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More Than 70 Top Education Leaders Sign Letter Demanding the Trump Administration Maintain Obama-Era Guidance on Student Discipline

By Mark Keierleber | July 10, 2018

Education Secretary Betsy DeVos. (Mark Wilson/Getty Images)

A coalition of more than 70 education leaders — from charter school operators to national teachers unions — are calling on the Trump administration to retain an Obama-era guidance document that urged school districts to reduce their reliance on suspensions and expulsions and to eliminate racial disparities in discipline.

In a letter sent Tuesday to Education Secretary Betsy DeVos and Attorney General Jeff Sessions, the education groups said they accept responsibility for rethinking traditional approaches to school discipline “because the consequences of inaction are dire.” The federal government has a responsibility to uphold students’ civil rights, according to the letter, which includes addressing disproportionality in student suspension rates.

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“It is unacceptable that students of color, students with disabilities, and students who identify as LGBTQQ experience harsher discipline than their peers,” wrote the education groups, which include ACE Charter Schools, the American Federation of Teachers, Educators for Excellence, and the Discipline Revolution Project, as well as several urban school district superintendents. “Exclusionary discipline, such as suspensions and expulsions, are linked to students failing in school, to students not finishing school … and often to a lifetime connected to a life-altering juvenile and adult justice system.”

In a 2014 “Dear Colleague” letter, the Obama administration’s Departments of Education and Justice told school leaders that disparate discipline rates, based on race or disability, could be the result of bias and therefore violate federal civil rights laws. The letter also urged districts to “rethink school discipline” and adopt less punitive approaches, like restorative justice, a change that was already underway in several districts across the country. Critics, however, say the guidance document overstepped the Obama administration’s authority and that efforts to reduce suspensions prompt chaos and disorder in schools.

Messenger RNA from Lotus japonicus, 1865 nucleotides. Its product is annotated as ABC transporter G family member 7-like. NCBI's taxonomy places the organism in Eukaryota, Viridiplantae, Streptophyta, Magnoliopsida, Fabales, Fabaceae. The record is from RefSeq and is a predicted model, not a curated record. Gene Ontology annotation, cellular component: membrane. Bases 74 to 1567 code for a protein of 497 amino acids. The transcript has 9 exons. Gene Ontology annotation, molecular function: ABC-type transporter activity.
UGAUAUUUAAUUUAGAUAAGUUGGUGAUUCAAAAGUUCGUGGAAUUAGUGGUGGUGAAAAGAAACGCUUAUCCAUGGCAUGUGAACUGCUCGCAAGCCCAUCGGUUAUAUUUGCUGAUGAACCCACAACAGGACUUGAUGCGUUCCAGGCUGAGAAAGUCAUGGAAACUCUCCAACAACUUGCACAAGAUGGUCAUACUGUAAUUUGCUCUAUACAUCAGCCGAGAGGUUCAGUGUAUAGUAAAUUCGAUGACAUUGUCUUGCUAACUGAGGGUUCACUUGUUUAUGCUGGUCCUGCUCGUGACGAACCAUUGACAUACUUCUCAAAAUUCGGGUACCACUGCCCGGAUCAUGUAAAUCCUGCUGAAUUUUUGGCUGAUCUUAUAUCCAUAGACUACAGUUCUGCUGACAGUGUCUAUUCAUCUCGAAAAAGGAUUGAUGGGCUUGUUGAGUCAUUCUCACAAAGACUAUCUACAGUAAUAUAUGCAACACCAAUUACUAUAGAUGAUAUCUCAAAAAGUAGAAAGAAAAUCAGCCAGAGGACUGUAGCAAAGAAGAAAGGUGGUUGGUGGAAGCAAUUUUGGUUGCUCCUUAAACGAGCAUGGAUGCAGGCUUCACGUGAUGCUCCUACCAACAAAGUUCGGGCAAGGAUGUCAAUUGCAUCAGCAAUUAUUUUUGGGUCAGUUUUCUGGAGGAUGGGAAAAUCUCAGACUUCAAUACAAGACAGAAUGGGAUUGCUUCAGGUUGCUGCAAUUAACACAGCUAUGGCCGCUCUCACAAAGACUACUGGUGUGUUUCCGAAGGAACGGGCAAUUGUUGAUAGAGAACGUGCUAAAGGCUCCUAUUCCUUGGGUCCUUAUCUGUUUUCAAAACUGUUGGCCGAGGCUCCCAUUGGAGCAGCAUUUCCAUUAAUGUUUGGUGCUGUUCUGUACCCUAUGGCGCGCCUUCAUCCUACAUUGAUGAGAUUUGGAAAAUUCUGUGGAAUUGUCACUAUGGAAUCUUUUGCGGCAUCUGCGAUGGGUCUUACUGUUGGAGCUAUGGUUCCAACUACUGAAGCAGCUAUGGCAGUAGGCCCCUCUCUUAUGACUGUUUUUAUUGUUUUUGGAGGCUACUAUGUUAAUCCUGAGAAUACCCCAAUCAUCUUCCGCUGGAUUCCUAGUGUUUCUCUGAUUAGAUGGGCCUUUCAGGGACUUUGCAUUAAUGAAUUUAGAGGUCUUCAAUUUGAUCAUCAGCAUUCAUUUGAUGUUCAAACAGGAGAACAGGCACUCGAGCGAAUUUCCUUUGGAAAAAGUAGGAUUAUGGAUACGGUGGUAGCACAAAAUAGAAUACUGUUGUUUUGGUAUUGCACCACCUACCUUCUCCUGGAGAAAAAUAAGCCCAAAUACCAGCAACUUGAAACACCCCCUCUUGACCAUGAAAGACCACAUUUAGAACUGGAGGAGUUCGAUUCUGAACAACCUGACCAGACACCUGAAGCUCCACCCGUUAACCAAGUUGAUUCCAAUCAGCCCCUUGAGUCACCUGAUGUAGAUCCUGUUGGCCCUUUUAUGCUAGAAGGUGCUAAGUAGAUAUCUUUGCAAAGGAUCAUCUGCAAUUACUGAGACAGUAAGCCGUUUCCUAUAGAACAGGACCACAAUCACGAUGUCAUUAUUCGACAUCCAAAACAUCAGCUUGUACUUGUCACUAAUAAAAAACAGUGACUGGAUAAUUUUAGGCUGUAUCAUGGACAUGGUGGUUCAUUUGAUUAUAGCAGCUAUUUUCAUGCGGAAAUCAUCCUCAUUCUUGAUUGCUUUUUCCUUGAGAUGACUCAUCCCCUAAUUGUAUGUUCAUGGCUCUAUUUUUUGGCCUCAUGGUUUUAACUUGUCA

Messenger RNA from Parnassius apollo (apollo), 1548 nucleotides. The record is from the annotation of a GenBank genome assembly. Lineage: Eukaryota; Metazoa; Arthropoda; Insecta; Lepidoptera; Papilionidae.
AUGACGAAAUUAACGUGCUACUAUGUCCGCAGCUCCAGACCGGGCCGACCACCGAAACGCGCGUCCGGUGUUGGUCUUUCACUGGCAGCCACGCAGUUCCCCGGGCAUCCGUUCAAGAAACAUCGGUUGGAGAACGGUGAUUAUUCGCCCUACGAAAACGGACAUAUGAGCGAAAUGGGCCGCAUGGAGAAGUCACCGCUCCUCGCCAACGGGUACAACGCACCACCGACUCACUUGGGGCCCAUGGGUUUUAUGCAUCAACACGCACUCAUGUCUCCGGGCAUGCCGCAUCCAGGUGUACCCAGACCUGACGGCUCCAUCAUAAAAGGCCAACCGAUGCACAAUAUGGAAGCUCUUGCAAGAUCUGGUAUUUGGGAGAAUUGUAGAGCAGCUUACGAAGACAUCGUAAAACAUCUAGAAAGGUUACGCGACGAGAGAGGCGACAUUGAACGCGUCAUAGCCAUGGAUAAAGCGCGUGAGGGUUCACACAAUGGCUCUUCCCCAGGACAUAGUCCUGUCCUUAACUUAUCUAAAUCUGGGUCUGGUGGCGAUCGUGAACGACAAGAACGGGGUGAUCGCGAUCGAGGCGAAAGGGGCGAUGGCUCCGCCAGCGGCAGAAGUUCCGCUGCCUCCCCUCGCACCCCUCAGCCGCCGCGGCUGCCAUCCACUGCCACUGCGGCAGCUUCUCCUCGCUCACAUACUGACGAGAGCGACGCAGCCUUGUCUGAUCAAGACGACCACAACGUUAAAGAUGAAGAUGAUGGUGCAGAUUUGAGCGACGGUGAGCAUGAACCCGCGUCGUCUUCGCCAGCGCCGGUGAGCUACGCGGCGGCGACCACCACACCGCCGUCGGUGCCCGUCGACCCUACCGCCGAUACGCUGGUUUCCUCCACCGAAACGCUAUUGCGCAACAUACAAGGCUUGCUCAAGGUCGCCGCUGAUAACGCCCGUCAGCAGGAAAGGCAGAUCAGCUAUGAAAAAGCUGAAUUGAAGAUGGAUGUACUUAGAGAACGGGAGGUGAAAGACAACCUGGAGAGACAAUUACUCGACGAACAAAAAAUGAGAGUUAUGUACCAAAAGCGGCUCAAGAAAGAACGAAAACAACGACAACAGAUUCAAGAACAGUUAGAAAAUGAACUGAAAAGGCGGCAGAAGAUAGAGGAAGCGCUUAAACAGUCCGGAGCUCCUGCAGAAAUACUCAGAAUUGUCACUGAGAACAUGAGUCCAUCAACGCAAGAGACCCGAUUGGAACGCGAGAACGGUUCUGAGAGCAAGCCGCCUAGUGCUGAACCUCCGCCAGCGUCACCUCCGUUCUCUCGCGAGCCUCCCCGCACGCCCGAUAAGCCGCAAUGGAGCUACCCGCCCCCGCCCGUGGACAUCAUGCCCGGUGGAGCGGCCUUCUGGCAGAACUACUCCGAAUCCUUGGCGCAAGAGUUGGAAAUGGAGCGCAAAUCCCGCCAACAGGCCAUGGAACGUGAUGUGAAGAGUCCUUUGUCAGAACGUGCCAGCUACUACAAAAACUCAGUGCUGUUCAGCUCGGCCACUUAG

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Now, DeVos may revoke that guidance document. Rescinding the Obama-era guidance is among topics being considered by the Federal Commission on School Safety, a group established by President Trump following the mass school shooting in Parkland, Florida, and chaired by the secretary.

Nationally, schools’ reliance on suspensions and expulsions has dropped in recent years, but disparities remain for students of color and those with disabilities. For example, black boys make up 8 percent of public school students but are 25 percent of children suspended at least once, according to the Education Department’s latest Civil Rights Data Collection, which presents statistics from the 2015-16 school year.

“The letter is partly about imploring the federal government to do their job in upholding students’ civil rights, but it is also a public declaration about our values as an education community,” Cami Anderson, founder of the Discipline Revolution Project, said in a media release. “We can and must do more to replace antiquated, harsh, ineffective, and biased discipline practices with student support systems that allow teachers to move away from these practices and toward alternative approaches to suspensions that help students thrive.”

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